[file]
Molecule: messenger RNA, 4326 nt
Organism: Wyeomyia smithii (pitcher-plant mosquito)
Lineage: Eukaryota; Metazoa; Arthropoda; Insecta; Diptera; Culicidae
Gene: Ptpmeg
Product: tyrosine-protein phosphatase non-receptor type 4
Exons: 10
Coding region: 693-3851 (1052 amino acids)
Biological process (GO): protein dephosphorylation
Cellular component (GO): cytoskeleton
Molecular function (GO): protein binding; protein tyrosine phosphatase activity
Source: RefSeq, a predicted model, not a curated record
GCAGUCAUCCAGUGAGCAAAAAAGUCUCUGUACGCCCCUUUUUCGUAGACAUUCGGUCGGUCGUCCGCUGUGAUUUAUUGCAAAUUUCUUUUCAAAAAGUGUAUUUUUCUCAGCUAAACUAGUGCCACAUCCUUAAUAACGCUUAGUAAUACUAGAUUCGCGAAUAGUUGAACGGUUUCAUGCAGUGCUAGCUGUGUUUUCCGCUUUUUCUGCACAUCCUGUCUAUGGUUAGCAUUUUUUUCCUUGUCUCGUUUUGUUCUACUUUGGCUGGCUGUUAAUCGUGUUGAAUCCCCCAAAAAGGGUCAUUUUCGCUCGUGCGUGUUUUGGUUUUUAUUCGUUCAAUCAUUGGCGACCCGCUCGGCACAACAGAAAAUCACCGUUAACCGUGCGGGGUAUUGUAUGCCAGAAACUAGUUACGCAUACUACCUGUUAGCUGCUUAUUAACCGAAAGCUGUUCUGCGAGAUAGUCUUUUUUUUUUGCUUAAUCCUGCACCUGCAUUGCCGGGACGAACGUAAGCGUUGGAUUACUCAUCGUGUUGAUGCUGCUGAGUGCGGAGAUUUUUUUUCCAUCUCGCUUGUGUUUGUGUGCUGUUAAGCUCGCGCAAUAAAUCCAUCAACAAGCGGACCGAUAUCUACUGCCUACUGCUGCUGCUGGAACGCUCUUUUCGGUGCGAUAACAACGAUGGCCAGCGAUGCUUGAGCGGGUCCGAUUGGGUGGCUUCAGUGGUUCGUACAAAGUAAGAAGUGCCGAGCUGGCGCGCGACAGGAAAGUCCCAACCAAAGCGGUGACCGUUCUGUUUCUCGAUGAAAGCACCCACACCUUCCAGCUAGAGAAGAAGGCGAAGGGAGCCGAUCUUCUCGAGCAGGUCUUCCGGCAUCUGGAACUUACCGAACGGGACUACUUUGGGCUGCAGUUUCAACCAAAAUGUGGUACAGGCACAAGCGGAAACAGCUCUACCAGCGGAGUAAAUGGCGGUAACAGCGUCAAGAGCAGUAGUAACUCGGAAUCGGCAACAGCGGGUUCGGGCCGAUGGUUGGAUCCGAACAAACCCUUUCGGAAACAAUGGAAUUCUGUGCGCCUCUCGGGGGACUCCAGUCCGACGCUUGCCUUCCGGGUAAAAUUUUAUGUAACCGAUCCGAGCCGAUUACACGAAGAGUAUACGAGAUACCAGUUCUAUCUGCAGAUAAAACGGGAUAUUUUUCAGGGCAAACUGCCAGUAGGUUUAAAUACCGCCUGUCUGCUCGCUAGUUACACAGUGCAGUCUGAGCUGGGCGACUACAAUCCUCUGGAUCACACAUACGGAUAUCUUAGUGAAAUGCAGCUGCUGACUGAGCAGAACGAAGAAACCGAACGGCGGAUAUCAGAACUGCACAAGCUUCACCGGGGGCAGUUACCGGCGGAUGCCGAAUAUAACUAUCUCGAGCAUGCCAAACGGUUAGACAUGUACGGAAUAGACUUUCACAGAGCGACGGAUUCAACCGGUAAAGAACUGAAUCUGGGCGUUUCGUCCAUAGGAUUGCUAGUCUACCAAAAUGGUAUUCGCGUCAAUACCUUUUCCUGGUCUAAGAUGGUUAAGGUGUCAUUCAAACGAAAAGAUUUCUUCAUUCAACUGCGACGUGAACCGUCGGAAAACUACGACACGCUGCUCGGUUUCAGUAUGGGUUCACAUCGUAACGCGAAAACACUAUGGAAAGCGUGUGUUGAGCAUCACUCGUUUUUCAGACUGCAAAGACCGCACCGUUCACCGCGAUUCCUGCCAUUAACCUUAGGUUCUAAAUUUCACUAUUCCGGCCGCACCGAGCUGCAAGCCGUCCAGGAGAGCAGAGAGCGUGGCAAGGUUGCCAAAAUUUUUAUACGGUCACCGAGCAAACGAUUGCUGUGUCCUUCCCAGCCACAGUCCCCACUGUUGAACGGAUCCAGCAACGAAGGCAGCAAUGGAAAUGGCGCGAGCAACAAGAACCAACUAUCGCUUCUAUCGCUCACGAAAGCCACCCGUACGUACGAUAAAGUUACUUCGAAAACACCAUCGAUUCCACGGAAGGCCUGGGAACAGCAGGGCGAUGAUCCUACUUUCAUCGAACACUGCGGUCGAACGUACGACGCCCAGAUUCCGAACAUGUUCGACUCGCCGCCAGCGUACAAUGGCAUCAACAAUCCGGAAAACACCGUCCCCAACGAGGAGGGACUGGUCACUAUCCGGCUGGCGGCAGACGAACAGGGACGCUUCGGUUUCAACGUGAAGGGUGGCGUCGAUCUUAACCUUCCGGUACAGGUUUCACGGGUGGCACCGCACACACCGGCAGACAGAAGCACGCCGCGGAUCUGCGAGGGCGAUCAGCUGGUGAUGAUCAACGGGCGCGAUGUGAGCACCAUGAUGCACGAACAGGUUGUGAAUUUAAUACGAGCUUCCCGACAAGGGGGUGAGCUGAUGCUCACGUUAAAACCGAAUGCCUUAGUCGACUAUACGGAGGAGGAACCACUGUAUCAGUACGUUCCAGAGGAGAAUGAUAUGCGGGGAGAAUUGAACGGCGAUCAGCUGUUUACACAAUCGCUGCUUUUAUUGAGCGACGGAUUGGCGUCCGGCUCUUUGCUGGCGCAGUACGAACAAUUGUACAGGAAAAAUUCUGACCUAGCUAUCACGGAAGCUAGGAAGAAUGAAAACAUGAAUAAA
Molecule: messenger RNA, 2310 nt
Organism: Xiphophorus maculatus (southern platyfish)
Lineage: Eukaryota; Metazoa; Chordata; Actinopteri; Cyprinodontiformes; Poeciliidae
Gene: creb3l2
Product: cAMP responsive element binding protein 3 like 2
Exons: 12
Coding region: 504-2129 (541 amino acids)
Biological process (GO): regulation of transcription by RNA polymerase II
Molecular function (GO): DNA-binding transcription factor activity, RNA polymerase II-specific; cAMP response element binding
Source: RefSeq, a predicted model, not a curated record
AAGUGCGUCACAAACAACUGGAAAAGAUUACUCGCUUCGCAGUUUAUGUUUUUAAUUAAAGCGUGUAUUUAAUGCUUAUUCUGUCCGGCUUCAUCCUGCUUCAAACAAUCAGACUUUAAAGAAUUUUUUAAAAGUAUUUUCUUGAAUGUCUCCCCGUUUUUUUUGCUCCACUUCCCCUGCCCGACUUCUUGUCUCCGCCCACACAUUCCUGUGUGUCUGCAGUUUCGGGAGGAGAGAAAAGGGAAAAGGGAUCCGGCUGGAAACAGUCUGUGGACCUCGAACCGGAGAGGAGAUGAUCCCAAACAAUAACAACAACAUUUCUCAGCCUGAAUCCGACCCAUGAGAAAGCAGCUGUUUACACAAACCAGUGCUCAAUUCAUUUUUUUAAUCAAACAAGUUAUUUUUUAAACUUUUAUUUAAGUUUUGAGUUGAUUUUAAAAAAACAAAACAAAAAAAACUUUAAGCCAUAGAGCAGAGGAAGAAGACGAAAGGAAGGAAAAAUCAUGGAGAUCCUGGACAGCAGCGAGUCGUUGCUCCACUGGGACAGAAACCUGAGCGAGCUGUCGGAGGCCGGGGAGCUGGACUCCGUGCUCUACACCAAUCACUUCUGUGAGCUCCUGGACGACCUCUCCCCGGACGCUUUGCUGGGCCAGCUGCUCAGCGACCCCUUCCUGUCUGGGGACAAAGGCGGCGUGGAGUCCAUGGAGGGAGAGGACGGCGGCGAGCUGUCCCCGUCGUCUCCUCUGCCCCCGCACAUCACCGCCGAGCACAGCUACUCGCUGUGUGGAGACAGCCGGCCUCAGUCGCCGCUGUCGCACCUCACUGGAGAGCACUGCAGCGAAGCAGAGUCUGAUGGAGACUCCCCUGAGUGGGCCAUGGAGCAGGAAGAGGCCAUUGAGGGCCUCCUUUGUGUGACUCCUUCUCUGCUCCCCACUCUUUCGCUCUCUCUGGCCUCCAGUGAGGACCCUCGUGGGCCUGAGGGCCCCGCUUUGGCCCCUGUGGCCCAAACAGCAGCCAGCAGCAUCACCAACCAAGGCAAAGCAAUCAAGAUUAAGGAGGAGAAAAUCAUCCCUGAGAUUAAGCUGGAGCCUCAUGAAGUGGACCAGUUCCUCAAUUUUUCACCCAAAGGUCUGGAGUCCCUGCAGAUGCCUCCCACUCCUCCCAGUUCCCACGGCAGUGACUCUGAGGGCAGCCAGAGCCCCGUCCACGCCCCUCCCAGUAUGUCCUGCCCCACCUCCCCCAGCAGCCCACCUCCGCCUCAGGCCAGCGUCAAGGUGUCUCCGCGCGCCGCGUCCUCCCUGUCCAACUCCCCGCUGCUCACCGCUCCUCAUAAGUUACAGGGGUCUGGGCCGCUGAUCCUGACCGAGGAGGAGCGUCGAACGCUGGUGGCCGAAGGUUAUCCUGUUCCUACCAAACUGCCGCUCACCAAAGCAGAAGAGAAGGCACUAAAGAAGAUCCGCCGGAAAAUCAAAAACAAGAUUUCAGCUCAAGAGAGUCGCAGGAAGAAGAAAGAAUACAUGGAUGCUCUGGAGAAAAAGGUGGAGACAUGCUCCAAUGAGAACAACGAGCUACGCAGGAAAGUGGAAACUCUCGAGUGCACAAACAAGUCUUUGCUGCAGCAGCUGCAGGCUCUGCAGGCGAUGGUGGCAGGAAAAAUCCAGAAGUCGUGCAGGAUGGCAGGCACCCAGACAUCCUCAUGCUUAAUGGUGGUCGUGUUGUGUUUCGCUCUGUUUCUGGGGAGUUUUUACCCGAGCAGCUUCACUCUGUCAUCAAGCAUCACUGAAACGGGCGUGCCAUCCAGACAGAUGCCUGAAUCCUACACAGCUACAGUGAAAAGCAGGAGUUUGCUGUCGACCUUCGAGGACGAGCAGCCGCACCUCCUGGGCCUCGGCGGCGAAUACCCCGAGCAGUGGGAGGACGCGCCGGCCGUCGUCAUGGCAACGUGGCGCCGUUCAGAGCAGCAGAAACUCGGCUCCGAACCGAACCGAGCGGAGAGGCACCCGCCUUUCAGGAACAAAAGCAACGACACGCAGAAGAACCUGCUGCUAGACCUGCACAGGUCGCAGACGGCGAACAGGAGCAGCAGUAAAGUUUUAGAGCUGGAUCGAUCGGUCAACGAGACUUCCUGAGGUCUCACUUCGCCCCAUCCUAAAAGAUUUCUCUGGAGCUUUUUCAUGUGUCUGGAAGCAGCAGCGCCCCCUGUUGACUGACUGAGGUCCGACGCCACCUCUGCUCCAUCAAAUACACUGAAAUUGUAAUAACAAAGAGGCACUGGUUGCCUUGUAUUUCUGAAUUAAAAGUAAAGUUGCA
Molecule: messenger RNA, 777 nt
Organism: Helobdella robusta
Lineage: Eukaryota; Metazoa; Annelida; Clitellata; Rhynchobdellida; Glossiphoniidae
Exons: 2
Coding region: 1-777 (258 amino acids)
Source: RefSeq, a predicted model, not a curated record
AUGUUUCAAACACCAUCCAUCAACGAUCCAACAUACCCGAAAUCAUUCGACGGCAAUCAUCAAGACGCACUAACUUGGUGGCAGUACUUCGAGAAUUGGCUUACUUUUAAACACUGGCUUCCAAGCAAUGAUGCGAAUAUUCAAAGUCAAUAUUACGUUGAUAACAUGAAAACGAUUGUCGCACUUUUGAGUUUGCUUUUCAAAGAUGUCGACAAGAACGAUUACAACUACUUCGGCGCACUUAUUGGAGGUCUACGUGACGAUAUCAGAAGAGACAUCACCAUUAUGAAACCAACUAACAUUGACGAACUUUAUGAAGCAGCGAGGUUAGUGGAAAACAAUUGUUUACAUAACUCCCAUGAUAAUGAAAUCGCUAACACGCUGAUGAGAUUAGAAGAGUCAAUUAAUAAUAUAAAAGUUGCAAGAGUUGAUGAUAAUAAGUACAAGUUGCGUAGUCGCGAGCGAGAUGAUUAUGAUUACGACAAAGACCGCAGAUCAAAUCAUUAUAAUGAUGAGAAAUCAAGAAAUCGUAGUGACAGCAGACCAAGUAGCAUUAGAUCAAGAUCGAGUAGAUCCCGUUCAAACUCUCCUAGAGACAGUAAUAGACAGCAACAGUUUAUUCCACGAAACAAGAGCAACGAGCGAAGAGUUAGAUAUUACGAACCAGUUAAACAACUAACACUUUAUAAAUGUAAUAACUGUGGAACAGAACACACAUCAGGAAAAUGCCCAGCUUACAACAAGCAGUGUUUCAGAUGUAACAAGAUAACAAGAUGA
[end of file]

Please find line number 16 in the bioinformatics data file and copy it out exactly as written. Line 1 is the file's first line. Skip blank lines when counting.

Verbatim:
Gene: creb3l2